Right. Exactly. Fog of war and all that. Still, Froome's unsanctioned little burst on Thursday was a reminder of last year's Vuelta a Espana. Wiggins went in as the team leader, but Froome proved the stronger rider. And while they're all singing from the same hymn sheet ("The entire team comes to the Tour to help Bradley," Froome told VeloNews, "I want to be there to help him"), one wonders if Froome might be harboring just a smidgen of resentment, or a desire to show directors of other teams that he would make a very strong team leader, himself.
Right now Wiggins's biggest threat is Nibali, of Liquigas-Cannondale. Although he has no helpers in the high mountains, Nibali has shown formidable punch; in fact Evans was shed near the top of the Toussuire by successive, vicious attacks from the Italian. On the previous day, Nibali attacked Wiggins on the twisting, technical descent of the on the Col du Grand Colombier, and quickly put a minute into him.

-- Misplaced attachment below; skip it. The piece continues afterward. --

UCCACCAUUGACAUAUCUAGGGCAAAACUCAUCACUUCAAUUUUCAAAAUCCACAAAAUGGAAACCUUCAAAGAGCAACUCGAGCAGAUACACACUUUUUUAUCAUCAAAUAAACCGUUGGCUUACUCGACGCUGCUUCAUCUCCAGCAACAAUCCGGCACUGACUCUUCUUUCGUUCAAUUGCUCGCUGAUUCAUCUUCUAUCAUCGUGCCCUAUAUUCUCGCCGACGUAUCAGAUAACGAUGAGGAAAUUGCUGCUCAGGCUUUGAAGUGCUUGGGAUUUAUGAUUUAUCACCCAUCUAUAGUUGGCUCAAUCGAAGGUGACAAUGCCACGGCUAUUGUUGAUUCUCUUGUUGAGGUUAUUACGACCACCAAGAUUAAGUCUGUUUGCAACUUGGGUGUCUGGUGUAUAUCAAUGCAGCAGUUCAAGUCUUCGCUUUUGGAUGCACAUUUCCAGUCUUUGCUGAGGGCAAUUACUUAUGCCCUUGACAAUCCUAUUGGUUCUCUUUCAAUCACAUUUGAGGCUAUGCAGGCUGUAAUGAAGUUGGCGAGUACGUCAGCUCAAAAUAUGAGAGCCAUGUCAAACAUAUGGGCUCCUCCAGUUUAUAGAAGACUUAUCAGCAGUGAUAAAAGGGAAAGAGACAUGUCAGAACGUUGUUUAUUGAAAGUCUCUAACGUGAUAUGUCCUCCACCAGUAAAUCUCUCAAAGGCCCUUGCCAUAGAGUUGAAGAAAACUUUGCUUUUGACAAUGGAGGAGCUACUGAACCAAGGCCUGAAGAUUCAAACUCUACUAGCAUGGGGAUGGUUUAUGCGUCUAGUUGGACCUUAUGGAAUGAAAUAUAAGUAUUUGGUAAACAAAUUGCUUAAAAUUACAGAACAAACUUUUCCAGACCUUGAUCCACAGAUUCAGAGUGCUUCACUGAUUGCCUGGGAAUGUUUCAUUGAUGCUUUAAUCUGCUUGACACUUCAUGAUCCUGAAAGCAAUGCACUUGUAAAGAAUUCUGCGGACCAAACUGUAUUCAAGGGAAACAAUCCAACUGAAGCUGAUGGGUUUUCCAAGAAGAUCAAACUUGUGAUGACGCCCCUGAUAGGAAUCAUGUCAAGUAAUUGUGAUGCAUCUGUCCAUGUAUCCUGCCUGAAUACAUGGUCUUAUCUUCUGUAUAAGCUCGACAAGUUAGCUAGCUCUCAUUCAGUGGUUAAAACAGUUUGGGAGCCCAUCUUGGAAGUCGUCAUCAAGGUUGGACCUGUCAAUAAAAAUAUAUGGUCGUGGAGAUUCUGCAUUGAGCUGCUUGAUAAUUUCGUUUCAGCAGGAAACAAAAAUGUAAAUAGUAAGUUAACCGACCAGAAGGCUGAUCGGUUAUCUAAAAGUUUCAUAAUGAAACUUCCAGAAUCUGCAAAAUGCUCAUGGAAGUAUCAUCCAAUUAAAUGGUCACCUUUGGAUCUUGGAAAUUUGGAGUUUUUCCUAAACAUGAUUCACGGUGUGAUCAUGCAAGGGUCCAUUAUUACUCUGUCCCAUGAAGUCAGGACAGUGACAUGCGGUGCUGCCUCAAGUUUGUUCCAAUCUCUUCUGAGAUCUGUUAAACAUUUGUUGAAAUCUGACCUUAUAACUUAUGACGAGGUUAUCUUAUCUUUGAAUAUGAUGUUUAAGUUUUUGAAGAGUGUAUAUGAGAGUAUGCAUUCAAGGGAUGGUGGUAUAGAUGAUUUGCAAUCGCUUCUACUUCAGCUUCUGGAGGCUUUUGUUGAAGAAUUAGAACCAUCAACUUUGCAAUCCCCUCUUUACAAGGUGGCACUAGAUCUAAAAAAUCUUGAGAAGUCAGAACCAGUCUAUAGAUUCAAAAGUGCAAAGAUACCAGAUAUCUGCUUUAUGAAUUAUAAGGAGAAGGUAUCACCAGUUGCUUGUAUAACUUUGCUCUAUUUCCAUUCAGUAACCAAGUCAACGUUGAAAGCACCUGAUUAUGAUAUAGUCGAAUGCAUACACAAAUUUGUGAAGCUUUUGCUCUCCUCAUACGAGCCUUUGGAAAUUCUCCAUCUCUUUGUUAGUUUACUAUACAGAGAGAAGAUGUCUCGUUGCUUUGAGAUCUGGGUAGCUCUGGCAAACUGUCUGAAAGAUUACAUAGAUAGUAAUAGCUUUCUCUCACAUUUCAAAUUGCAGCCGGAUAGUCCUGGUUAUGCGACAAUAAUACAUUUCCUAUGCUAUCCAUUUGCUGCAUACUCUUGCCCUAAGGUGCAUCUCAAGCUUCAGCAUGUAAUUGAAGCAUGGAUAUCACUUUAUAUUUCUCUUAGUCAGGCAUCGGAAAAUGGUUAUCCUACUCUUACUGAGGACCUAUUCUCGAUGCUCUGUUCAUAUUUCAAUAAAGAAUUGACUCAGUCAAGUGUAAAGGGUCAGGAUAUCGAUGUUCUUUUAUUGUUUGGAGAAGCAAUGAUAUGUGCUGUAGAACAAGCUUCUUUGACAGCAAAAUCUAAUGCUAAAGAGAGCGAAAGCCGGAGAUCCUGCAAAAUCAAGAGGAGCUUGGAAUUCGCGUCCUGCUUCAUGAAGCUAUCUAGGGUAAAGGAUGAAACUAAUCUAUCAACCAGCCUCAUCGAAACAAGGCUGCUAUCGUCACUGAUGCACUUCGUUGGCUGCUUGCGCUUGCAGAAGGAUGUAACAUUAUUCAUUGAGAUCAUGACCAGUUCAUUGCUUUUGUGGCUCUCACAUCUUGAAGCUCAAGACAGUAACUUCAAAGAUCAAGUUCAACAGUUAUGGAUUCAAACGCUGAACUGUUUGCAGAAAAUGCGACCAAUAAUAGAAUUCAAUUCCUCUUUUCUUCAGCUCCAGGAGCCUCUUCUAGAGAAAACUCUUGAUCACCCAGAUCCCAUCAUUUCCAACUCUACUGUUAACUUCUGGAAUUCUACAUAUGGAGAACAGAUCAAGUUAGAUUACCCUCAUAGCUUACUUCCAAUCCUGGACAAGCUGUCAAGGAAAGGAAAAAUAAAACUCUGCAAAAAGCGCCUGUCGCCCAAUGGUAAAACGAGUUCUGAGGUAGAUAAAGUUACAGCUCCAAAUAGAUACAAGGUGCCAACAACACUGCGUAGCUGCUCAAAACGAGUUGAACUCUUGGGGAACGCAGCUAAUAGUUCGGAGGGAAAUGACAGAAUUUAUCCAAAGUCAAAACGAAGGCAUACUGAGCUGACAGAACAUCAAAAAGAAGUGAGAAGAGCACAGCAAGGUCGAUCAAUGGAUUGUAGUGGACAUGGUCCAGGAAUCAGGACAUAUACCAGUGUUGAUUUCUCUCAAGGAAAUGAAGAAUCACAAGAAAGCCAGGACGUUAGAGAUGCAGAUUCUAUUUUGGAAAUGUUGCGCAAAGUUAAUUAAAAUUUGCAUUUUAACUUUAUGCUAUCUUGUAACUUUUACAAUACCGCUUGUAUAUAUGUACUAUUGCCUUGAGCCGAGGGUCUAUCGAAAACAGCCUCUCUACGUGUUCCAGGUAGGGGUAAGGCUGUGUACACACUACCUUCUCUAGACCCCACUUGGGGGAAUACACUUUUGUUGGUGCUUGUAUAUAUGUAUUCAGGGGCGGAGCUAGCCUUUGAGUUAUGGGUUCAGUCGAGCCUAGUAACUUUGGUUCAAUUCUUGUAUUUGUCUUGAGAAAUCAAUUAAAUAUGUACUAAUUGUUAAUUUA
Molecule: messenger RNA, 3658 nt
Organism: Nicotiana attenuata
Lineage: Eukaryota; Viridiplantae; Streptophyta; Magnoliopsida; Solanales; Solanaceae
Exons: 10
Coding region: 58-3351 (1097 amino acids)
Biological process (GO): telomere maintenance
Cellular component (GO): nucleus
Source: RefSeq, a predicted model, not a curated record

Wiggins methodically reeled him in, and turned to look at Nibali after they crossed the finish. The Italian chose to interpret Wiggins' turning his head and making eye contact as somehow disparaging.
"Sometimes turning and looking at someone like that is a bit of an insult, " said Nibali. "If he wants to be a champion, I think he needs to show his rivals a bit of respect.
Whether he stops making eye contact with his rivals or not, Wiggins is looking very much like a champion. The Brit showed undeniable class at the end of today's stage, when he found himself crossing the line alongside the lime-jerseyed Nibali. As they decelerated, Wiggins looked at his rival again, this time draping an arm around his shoulders. If he was surprised, Nibali didn't let on. He put his left arm in Wiggo's narrow shoulders. It was the second extremely cool moment at today's finish line, and portends many more before Paris.